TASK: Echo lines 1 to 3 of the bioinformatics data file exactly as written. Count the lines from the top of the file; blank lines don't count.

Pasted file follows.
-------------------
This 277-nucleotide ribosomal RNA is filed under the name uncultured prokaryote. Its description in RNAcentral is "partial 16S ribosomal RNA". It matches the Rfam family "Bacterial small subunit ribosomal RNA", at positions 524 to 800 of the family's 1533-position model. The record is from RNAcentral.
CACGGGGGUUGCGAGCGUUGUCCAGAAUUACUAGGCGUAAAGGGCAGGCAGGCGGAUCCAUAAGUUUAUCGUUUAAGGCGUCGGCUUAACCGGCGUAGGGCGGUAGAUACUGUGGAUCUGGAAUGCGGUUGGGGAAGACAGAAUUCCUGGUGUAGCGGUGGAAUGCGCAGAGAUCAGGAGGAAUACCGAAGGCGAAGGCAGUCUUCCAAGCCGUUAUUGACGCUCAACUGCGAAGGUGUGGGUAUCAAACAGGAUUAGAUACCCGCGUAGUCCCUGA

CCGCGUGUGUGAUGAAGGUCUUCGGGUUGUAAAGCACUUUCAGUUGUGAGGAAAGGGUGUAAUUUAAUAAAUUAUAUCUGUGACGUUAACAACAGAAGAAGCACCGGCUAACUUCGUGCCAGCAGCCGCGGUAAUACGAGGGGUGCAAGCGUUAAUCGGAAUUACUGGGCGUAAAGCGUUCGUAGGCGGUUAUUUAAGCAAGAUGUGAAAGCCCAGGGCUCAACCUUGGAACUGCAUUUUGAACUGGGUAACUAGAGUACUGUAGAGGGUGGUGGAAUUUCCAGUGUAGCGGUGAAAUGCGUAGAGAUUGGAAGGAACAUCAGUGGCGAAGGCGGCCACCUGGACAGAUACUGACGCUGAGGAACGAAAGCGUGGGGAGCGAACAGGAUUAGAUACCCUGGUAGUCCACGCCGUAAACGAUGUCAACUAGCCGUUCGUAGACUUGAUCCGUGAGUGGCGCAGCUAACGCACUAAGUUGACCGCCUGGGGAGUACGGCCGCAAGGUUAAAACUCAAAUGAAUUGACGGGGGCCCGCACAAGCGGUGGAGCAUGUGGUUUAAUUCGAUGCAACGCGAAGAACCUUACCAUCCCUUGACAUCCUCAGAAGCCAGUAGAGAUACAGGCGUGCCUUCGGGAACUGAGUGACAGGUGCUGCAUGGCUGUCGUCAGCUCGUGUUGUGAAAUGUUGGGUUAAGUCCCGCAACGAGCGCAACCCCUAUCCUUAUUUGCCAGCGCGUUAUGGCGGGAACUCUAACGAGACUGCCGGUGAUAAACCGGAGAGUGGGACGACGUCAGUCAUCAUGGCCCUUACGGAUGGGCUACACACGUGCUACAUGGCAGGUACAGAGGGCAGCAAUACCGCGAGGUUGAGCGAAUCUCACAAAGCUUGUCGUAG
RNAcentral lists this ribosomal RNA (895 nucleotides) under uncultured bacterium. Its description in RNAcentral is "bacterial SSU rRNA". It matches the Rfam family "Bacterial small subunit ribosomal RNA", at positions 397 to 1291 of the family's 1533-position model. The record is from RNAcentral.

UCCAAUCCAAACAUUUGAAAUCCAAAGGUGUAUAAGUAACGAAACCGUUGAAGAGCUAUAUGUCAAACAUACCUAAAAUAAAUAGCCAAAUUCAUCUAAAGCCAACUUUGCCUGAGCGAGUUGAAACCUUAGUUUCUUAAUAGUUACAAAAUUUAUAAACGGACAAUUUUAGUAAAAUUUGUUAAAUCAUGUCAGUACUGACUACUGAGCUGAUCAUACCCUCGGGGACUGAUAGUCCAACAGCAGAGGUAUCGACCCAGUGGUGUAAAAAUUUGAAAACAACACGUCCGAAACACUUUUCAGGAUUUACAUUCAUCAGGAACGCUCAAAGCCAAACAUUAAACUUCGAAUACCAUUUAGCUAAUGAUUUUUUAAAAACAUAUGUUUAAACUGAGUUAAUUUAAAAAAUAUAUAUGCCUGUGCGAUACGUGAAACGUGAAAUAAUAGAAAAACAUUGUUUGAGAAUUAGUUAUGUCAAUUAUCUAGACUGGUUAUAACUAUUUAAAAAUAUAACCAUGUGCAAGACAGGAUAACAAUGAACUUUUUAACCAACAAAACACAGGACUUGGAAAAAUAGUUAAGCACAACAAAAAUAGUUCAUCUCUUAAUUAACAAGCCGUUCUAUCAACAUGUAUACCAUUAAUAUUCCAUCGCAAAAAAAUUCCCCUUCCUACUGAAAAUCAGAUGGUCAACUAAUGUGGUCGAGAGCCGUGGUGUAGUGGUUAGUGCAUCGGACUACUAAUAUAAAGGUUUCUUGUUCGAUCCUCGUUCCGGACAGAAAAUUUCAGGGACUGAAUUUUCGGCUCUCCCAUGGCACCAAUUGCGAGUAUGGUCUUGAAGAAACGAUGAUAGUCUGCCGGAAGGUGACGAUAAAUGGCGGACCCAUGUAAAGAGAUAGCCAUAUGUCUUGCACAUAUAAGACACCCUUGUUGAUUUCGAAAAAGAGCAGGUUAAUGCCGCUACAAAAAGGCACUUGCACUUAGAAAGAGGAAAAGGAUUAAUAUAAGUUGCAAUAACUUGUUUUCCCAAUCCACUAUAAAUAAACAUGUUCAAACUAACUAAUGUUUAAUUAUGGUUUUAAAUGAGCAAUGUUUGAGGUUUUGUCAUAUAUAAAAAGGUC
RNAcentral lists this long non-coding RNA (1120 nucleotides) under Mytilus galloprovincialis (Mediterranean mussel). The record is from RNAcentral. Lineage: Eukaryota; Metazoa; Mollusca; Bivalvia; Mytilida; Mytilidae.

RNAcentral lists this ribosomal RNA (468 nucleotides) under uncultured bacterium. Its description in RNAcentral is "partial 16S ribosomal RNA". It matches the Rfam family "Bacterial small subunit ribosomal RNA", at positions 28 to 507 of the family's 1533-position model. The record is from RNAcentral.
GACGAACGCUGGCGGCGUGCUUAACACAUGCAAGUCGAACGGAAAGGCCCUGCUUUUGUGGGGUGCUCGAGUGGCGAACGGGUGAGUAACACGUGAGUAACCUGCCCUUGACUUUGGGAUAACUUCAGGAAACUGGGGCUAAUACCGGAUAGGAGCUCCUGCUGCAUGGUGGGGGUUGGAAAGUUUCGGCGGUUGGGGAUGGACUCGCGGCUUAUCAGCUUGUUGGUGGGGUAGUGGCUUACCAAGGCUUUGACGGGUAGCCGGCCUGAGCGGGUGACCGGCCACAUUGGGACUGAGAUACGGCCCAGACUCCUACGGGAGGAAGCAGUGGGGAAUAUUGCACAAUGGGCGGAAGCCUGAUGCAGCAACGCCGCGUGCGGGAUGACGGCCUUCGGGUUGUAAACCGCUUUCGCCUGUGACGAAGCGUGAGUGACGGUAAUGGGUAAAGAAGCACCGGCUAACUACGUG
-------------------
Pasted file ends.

This 277-nucleotide ribosomal RNA is filed under the name uncultured prokaryote. Its description in RNAcentral is "partial 16S ribosomal RNA". It matches the Rfam family "Bacterial small subunit ribosomal RNA", at positions 524 to 800 of the family's 1533-position model. The record is from RNAcentral.
CACGGGGGUUGCGAGCGUUGUCCAGAAUUACUAGGCGUAAAGGGCAGGCAGGCGGAUCCAUAAGUUUAUCGUUUAAGGCGUCGGCUUAACCGGCGUAGGGCGGUAGAUACUGUGGAUCUGGAAUGCGGUUGGGGAAGACAGAAUUCCUGGUGUAGCGGUGGAAUGCGCAGAGAUCAGGAGGAAUACCGAAGGCGAAGGCAGUCUUCCAAGCCGUUAUUGACGCUCAACUGCGAAGGUGUGGGUAUCAAACAGGAUUAGAUACCCGCGUAGUCCCUGA

CCGCGUGUGUGAUGAAGGUCUUCGGGUUGUAAAGCACUUUCAGUUGUGAGGAAAGGGUGUAAUUUAAUAAAUUAUAUCUGUGACGUUAACAACAGAAGAAGCACCGGCUAACUUCGUGCCAGCAGCCGCGGUAAUACGAGGGGUGCAAGCGUUAAUCGGAAUUACUGGGCGUAAAGCGUUCGUAGGCGGUUAUUUAAGCAAGAUGUGAAAGCCCAGGGCUCAACCUUGGAACUGCAUUUUGAACUGGGUAACUAGAGUACUGUAGAGGGUGGUGGAAUUUCCAGUGUAGCGGUGAAAUGCGUAGAGAUUGGAAGGAACAUCAGUGGCGAAGGCGGCCACCUGGACAGAUACUGACGCUGAGGAACGAAAGCGUGGGGAGCGAACAGGAUUAGAUACCCUGGUAGUCCACGCCGUAAACGAUGUCAACUAGCCGUUCGUAGACUUGAUCCGUGAGUGGCGCAGCUAACGCACUAAGUUGACCGCCUGGGGAGUACGGCCGCAAGGUUAAAACUCAAAUGAAUUGACGGGGGCCCGCACAAGCGGUGGAGCAUGUGGUUUAAUUCGAUGCAACGCGAAGAACCUUACCAUCCCUUGACAUCCUCAGAAGCCAGUAGAGAUACAGGCGUGCCUUCGGGAACUGAGUGACAGGUGCUGCAUGGCUGUCGUCAGCUCGUGUUGUGAAAUGUUGGGUUAAGUCCCGCAACGAGCGCAACCCCUAUCCUUAUUUGCCAGCGCGUUAUGGCGGGAACUCUAACGAGACUGCCGGUGAUAAACCGGAGAGUGGGACGACGUCAGUCAUCAUGGCCCUUACGGAUGGGCUACACACGUGCUACAUGGCAGGUACAGAGGGCAGCAAUACCGCGAGGUUGAGCGAAUCUCACAAAGCUUGUCGUAG